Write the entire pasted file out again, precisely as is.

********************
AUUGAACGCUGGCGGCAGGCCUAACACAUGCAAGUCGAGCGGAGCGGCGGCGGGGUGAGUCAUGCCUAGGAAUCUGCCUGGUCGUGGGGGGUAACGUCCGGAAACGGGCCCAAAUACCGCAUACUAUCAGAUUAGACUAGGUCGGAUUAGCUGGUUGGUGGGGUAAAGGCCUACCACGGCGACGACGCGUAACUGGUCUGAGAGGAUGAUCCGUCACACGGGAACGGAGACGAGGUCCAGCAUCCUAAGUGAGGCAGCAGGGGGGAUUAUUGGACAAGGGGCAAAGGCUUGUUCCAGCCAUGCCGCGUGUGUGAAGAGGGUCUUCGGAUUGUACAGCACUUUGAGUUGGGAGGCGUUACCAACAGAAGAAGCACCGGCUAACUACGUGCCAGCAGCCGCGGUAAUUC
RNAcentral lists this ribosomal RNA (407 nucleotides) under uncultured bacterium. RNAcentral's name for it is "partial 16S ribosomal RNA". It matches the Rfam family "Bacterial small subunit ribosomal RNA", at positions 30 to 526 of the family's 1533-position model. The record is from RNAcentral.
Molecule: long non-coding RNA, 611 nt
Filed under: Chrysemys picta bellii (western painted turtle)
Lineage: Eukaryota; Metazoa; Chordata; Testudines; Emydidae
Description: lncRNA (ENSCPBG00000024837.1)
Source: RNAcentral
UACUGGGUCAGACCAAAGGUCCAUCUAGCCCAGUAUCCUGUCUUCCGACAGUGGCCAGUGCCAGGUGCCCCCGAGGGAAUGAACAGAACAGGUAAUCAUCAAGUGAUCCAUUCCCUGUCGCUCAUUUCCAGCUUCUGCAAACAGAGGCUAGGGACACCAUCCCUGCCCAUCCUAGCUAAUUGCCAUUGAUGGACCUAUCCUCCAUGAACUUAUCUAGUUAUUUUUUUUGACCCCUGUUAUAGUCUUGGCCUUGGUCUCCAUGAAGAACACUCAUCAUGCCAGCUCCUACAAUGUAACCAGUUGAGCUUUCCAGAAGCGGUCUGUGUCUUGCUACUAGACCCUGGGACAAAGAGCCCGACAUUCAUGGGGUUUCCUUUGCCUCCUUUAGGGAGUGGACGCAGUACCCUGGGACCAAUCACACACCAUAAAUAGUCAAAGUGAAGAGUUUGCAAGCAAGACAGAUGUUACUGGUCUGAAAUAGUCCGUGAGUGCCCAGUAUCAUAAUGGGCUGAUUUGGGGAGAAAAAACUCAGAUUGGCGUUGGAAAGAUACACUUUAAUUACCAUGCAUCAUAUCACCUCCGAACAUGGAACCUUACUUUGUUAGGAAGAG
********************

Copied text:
AUUGAACGCUGGCGGCAGGCCUAACACAUGCAAGUCGAGCGGAGCGGCGGCGGGGUGAGUCAUGCCUAGGAAUCUGCCUGGUCGUGGGGGGUAACGUCCGGAAACGGGCCCAAAUACCGCAUACUAUCAGAUUAGACUAGGUCGGAUUAGCUGGUUGGUGGGGUAAAGGCCUACCACGGCGACGACGCGUAACUGGUCUGAGAGGAUGAUCCGUCACACGGGAACGGAGACGAGGUCCAGCAUCCUAAGUGAGGCAGCAGGGGGGAUUAUUGGACAAGGGGCAAAGGCUUGUUCCAGCCAUGCCGCGUGUGUGAAGAGGGUCUUCGGAUUGUACAGCACUUUGAGUUGGGAGGCGUUACCAACAGAAGAAGCACCGGCUAACUACGUGCCAGCAGCCGCGGUAAUUC
RNAcentral lists this ribosomal RNA (407 nucleotides) under uncultured bacterium. RNAcentral's name for it is "partial 16S ribosomal RNA". It matches the Rfam family "Bacterial small subunit ribosomal RNA", at positions 30 to 526 of the family's 1533-position model. The record is from RNAcentral.
Molecule: long non-coding RNA, 611 nt
Filed under: Chrysemys picta bellii (western painted turtle)
Lineage: Eukaryota; Metazoa; Chordata; Testudines; Emydidae
Description: lncRNA (ENSCPBG00000024837.1)
Source: RNAcentral
UACUGGGUCAGACCAAAGGUCCAUCUAGCCCAGUAUCCUGUCUUCCGACAGUGGCCAGUGCCAGGUGCCCCCGAGGGAAUGAACAGAACAGGUAAUCAUCAAGUGAUCCAUUCCCUGUCGCUCAUUUCCAGCUUCUGCAAACAGAGGCUAGGGACACCAUCCCUGCCCAUCCUAGCUAAUUGCCAUUGAUGGACCUAUCCUCCAUGAACUUAUCUAGUUAUUUUUUUUGACCCCUGUUAUAGUCUUGGCCUUGGUCUCCAUGAAGAACACUCAUCAUGCCAGCUCCUACAAUGUAACCAGUUGAGCUUUCCAGAAGCGGUCUGUGUCUUGCUACUAGACCCUGGGACAAAGAGCCCGACAUUCAUGGGGUUUCCUUUGCCUCCUUUAGGGAGUGGACGCAGUACCCUGGGACCAAUCACACACCAUAAAUAGUCAAAGUGAAGAGUUUGCAAGCAAGACAGAUGUUACUGGUCUGAAAUAGUCCGUGAGUGCCCAGUAUCAUAAUGGGCUGAUUUGGGGAGAAAAAACUCAGAUUGGCGUUGGAAAGAUACACUUUAAUUACCAUGCAUCAUAUCACCUCCGAACAUGGAACCUUACUUUGUUAGGAAGAG